At three friends' encouragement I have been watching Star Trek: Deep Space Nine from beginning to end. I know the original series by heart; when I was managing Crown Books 826 and hired Hamster for a second key, we'd look through a TV Guide and compete to guess the episode by the episode's title (we also had a John McLaughlin head taped to a black file cabinet by the swinging door into the cash register and manager's office area, but that's another story). I know Star Trek: The Next Generation by heart from Season Three to finale: Seasons One and Two SUCK! SUCK! SUCK! and Maria Muldour as Doctor Polanski can send her camel to bed, so much do the first two seasons suck. I remember watching Star Trek: Voyager but nothing much about it other than Seven, second-in-command Chipotle, and Captain Janeway, now a Russian prisoner in some show, Chartreuse Is the New Vermillion, that Earthgirl and Planet watch.

Star Trek: Deep Space Nine - I never got. I never stopped to think why beyond what episodes I saw didn't make me want to care. My friends insist DS9 is vastly superior to Voyager (I have friends with whom I've discussed this who insist those who think DS9 vastly superior to Voyager are fucking nuts). The friends' book and music recommendations to me have been uniformly solid (even if a particular book or musician don't sing to me - I was the poorer receptacle, I can read or hear the merits even if I don't receive right), so I downloaded Netflix and started the series.

I'm in Season Five now: I don't dislike the series, I don't like the series. It does some story lines well, it develops some characters better than others. I really like Rom. I really dislike Deep Space Nine's homages to Star Trek legacies, its stroking of uberfans, which peaked last night when Sisko and Dax and O'Brien and Bashir and Odo beam over to Kirk's enterprise to stop a Klingon spy from stealing a Bejoran magic orb and going back in time to blow up Kirk with a Tribble. That's not the stupid part. (Here's a stupid part: O'Brien sees The Original Series Klingons who don't have face plates, looks at Worf, Worf says, We don't talk about it with outsiders.) Throughout the episode DS9 producers interwove scenes from The Original SeriesTribbles episode into the DS9 episode, superimposing DS9 actors into the scenes. That's fine, that's schtick I can handle. At the very end, though, Sisko, after an episode of We must not take chances to alter the timeline bullshit, alters the timeline to meet and shake hands with Kirk (to no timeline-changing harm, of course). That's not the really stupid part. No, for this scene producers didn't use The Original Series' Tribble episode for Kirk, they used the end of Mirror Mirror when Kirk recognized, on his Enterprise, the body double of the Captain's Woman he'd been banging in the alternative universe, Sisko interposed as the Captain's Woman, I....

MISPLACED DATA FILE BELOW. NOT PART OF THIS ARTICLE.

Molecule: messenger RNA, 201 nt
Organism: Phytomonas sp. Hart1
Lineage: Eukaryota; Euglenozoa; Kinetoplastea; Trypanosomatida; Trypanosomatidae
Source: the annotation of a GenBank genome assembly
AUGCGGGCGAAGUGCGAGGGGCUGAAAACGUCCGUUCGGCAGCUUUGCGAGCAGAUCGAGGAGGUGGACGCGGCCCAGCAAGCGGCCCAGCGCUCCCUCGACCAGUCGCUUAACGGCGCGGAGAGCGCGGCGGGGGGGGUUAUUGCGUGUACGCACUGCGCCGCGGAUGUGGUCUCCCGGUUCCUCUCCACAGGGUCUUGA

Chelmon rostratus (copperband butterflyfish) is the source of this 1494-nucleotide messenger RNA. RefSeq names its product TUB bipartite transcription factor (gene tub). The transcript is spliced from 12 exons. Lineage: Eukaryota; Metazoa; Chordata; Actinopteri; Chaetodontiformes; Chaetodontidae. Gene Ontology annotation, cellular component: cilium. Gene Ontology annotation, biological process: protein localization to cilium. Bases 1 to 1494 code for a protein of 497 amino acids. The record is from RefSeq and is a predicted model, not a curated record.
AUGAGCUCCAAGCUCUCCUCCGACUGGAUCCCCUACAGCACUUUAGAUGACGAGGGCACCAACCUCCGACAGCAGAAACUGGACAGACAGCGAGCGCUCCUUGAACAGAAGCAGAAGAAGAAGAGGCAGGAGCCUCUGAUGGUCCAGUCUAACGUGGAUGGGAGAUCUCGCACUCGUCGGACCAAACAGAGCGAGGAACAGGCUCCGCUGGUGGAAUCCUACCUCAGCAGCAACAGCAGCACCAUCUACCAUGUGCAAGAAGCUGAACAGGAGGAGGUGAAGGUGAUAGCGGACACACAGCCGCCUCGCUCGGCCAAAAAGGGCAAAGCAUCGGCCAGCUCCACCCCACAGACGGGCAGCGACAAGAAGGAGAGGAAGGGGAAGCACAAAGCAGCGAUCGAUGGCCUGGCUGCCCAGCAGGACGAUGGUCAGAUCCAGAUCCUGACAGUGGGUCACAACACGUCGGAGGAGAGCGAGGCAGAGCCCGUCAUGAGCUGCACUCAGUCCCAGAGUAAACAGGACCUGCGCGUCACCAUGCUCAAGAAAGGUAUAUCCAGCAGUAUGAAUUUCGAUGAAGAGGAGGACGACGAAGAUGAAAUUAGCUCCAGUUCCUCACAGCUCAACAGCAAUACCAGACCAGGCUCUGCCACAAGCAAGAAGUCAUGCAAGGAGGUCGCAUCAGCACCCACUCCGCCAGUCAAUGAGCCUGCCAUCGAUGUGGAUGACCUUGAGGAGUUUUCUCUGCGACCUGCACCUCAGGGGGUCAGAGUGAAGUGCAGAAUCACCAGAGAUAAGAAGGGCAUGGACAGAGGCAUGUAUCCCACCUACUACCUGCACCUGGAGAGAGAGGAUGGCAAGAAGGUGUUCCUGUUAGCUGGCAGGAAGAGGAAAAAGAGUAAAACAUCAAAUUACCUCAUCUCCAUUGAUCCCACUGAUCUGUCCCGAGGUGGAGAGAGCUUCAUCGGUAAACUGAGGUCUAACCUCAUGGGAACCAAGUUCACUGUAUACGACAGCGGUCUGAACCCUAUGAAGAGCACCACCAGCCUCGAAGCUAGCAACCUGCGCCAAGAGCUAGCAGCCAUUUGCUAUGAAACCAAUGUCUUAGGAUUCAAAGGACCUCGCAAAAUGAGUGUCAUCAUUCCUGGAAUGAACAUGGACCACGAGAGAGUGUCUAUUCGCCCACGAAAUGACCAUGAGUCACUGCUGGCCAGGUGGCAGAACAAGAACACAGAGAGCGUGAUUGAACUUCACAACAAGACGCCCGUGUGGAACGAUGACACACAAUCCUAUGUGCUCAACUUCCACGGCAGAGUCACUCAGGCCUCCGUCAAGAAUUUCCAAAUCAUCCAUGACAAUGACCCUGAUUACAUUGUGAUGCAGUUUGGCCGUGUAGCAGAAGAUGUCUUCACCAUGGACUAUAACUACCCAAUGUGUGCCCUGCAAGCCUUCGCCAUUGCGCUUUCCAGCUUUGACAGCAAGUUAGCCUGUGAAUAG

I..... but.... fine metap..... am going to play two more  Kate Bush songs and post another John Ashbery poem in anticipation of their upcoming High Holy Days....


John Ashbery

Anyone, growing up in a space you hadn't used yet
would've done the same: bother the family's bickering
to head straight into the channel. My, those times
crackled near about us, from sickly melodrama
instead of losing, and the odd confusion... confusion.

I thought if it then, and in the mountains.
During the day we perforated the eponymous city limits
and then some. No one knew all about us
but some knew plenty. It was time to leave that town
for an empty drawer
into which they sailed. Some of the eleven thousand
virgins were getting queasy. I say, stop the ship!
No can do. Here come the bald arbiters
with their eyes on chains, just so, like glasses.
Heck, it's only a muskrat
that's seen better years, when things were medieval
and gold....

So you people in the front,
leave. You see them. And you understand it all.
It doesn't end, night's sorcery notwithstanding.
Would you have preferred to be a grownup in earlier times
than the child can contain or imagine?
Or is right now the answer - you know, the radio
we heard news on late at night,
out checkered fortunes so pretty.
Here's your ton of plumes, and your Red Seal Recors.
The whole embrace.

Tuesday, July 15, 2014

What a Big Bald Spot You Have!

My sincerest apologies, I hadn't blogfarted like that in months, I'd been diligent about saving drafts by setting publishing dates a year ahead to prevent such blogfarts. I mean I know I'm an attention slut but posting a draft of the next post tonight was an accident. Since I pumped the feed I feel responsible to fill the feed, I hate those The Post You Clicked Doesn't Exist messages, this seems a .06% less-shitty solution, fine metaphors abound. Hope you like the songs (lyrics to above!). They'll be gone, as will this post, when the post I didn't mean to post is posted Wednesday (or Thursday)...

UPDATE! I didn't expect anyone to comment but since Thunder did the post has to stay. This is another example of why I am always writing about rules.